CEO and Editor in Chief of Star News Digital Media, Michael Patrick Leahy joined Flint, Michigan based Tom Sumner of The Tom Sumner Program Tuesday morning to talk about the launch of the company’s new outlet, The Michigan Star, his passion for American history, the destruction of the public education system, and the void that has been left open for new local media outlets.
Sumner: And welcome back everybody as we continue with what I like to call the third half of our three-hour tour. My guest this hour is the CEO and Editor in Chief of Star News Digital Media which is launching a Michigan version, The Michigan Star tomorrow. It is Michael Patrick Leahy. Michael, welcome back.
Leahy: Great to be with you and the site launches early tomorrow morning at TheMichiganStar.com. You can go there and take a look at it. We have coming soon. We got a nice little logo there along with the Star theme. So we’d love to have you and all your listeners go take a look at it.
Sumner: Yeah, and it’s one of the reasons I was really happy that you were available to talk about this morning because it is starting tomorrow. Michael, what goes into launching an online news site. It seems like it takes forever to get people trained to go there?
Leahy: Yeah, well, it is. It does take a bit. It’s even more of a challenge if you’re a conservative online news site. The best thing that people can do is to sign up for our email list because that way we can control the communications. Obviously when you do one of these things and we’ve had a lot of traffic. And have tons of stories that have been written by our now eleven or twelve journalists around the country that work for our various outlets.
The Tennessee Star, The Ohio Star, The Minnesota Sun, and The Michigan Star now. And so, you have to have good stories and they have to be accurate stories. And they have to be compelling and interesting. Good stories, that helps. Good imagery. If you take a look at our sites Tennesseestar.com for instance or TheOhioStar.com, that you can take a look at right now. Look at the images. They’re very well done images.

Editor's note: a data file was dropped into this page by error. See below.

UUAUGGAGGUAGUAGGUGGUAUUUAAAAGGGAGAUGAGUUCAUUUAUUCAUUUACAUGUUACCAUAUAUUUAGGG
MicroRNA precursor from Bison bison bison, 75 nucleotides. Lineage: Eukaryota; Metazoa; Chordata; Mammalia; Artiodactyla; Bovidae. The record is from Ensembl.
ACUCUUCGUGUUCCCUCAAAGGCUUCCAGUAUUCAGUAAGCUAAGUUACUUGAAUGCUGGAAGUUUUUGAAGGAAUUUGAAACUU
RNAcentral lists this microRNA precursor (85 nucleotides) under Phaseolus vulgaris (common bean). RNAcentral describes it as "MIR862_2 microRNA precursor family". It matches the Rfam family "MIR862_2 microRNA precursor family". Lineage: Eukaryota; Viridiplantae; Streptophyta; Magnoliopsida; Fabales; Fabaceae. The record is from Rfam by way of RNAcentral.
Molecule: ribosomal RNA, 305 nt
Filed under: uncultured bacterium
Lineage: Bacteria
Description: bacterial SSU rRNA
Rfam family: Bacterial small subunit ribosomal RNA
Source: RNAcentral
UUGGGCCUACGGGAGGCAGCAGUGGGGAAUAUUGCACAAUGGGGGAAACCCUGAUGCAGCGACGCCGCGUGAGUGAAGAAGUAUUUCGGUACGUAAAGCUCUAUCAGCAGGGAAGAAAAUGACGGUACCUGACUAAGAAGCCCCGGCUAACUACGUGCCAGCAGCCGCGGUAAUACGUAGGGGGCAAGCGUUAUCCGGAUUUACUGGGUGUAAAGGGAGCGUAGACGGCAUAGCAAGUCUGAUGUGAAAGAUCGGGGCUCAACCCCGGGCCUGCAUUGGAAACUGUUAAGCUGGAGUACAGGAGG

In fact, you’ve seen, and that’s our Vice President of Technology Christina Botteri who was also an early organizer in the Tea Party movement is very talented in terms of graphic imagery. Our style is actually so good that it’s been copied by a number of other outlets. You can see it’s got a distinctive view with our features and photos of people so you can see their face and then some background imagery. It’s very snappy and easy to share.
So, one of the things you do is obviously, we’re stuck in this world aren’t we Tom, of relying upon the big tech companies? Facebook and Google and also to some extent Twitter. And so we have a Facebook page for all of our outlets and given the Google News service. And we also send out Tweets. That’s one way to promote it. The best way though is sort of word of mouth by friends and sharing the links.